A quick scan of the distant flooded fields next to the A49 reveals nothing. On to the Hereford Road and down to Broadward Bridge. The River Arrow is running high again and there is extensive flooding on both sides of the road. A sizeable flock of Redwings and Fieldfares are feeding on the saturated field. A brief appearance by the sun is quickly extinguished by dark clouds.

Back up the Hereford Road. House Sparrows chirrup in the bushes outside Broadwater Lodge. Westwards into Passa Lane. To the south, the Arrow valley is flooded. Beyond the hills are dark although in the distance, the misty Black Mountains look like they are shrouded in snow. The track down to the river has been cleared; last time I was here it was virtually impassible with thistles, nettles and undergrowth. Passa Lane is narrow with few passing spaces which makes the volume traffic surprising.

The lane turns northwards passing a 19th century house and a barn conversion. Ryelands, built by the Lane family, stands back from the road, the substantial outbuildings seem unused. A modern house lays up the hill near Cockcroft Lane. Into Ryelands Road and back towards town. Little pellets of snow are falling more heavily now although the sun has re-emerged briefly.


Tuesday – Leominster – The sun is shining although there is still plenty of cloud in the sky. It is cold but the wind has dropped. There was a thin scattering of snow overnight but now much has melted away. Over the railway. Blue Tits squeak and churr in the trees between the railway and the river. The water level in the River Lugg has fallen slightly again.

Into the churchyard. Buds are appearing on the Daffodils that grow all along the edge of the graveyard. Council workers are pruning trees on the old playing field and a large chipper is spraying the sawdust and chipped branches into the hedgerow.

Wednesday – Home – Another thin layer of snow lays on the roofs and pavements. In the garden the green grass is still visible through the white. A new peanut feeder seems less popular – have the Blue and Great Tits not yet got used to it or is it too difficult for the Grey Squirrels and Jackdaws to empty it? A kettle of boiling water is poured onto the ice in the birdbath. When I clean out the hen house there is a thin, floppy shell of a failed egg. It has a vague blue colour so is one of Russett’s. This is only her second “egg” since last summer. Emerald is still laying four or five eggs a week. The youngsters lay every day but Rocky is still not laying. After her problems last summer it seems likely she will never lay again.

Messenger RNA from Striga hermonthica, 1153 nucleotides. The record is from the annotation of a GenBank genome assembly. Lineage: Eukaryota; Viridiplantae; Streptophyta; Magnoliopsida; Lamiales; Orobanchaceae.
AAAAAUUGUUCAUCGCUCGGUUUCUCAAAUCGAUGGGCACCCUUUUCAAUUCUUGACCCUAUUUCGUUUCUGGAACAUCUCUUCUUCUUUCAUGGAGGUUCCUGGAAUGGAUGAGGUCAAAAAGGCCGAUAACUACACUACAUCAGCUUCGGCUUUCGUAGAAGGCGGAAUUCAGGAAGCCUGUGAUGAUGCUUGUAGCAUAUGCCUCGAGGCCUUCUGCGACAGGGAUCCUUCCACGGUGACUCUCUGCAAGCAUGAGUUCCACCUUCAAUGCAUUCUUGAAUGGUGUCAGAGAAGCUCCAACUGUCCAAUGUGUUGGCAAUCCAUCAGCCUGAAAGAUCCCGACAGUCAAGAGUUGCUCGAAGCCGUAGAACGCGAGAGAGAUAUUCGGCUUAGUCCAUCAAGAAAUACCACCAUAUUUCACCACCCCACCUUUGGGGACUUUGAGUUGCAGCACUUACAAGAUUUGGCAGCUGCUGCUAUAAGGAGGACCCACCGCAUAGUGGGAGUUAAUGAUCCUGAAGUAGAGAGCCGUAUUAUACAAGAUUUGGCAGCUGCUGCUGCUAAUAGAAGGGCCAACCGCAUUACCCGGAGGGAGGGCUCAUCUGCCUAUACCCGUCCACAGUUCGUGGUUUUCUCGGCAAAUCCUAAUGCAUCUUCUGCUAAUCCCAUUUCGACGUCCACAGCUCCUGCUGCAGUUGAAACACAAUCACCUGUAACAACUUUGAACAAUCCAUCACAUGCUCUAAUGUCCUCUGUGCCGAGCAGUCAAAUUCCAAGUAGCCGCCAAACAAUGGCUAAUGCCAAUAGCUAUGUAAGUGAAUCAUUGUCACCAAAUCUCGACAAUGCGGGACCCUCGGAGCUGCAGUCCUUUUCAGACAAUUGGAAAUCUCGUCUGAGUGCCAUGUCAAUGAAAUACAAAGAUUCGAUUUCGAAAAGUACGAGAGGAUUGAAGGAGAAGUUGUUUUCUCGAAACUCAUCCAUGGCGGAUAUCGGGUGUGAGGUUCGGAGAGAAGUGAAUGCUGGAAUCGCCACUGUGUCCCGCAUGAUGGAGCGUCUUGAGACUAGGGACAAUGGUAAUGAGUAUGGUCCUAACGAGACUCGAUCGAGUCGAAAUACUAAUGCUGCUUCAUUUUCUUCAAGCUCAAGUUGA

The purple sprouting broccoli is still not really producing the sprouts we are waiting for. I notice that a seed packet claims that purple sprouting will produce a crop in 30-40 weeks, no chance here! It is usually well over a year from sowing to cropping. The lettuces in the greenhouse are hardly growing at all at the moment and a couple have rotted at the core, but the rest may pick up when the weather warms. The evenings are drawing out slowly but winter is not over yet and may still bring some unpleasant surprises.

Thursday – Home – The temperature has not risen above freezing all day. The chicken water is changed but it has iced over by the late afternoon. The feeders are being visited but amount of peanuts and seed being eaten has reduced. It seems the Grey Squirrels are having less success stuffing their faces!

In the early evening a scattered flock of over seventy Jackdaws heads east. A Carrion Crow flies off the Ash tree with a sharp barking call. It is good to see the ground frozen, hopefully killing off some pests.

Friday – Leominster – Bright sunshine lights up the town but it is still cold, just around freezing. Cloud appears to be building in the west. A second information board has been erected on the Grange, this one showing the area in the 14th century as as postulated by Duncan Brown and Duncan Wilson. The Jubilee Hornbeam that the Civic Society had planted Hornbeamon the Grange in 2012 has been been substantially pruned. A few gulls are circling to the north-west, probably over the refuse tip. A fight breaks out between Blackbirds deep in a thicket of Ivy towards the end of Pinsley Road.

Work continues on the Minster tower accompanied by the two note song of a Great Tit. Down The Priory and over the River Kenwater which is still flowing rapidly. Along Paradise Walk. There seem to be Blackbirds everywhere, flying out of ivy thickets and in the undergrowth on the riverbank. Blue, Great and Long-tailed Tits are in the riverside trees.

Back up The Priory and onto Pinsley Mead. A new information board has been erected here giving information about the Old Priory House, one of the few surviving buildings of Leominster Priory. Towards the end of Pinsley Mead, a town council worker is digging the foundations for another information board.

Through the churchyard. Blue Tits chatter, a Greenfinch wheezes and Robins sing. At the west end of the churchyard a Dunnock is repeating his simple song. Another is singing from the top of the Rectory hedge. Another information board has been installed at the Forbury chapel. It records how John Ward, grandfather of famous actors, Sarah Siddons and John Philip Kemble, hired the chapel in the 1750s for his touring company of actors. In 1861, Thomas Sale bought the chapel and the adjoining house using the chapel as his office. Sydney Bridge, who gifted Sydonia Park to the town owned in building in the 1930s and 1940s, then Samuel Beaumont, who was the last private owner, installed a dance floor and hired it out. In 1984, a Trust associated with the Priory purchased the Forbury chapel for community use.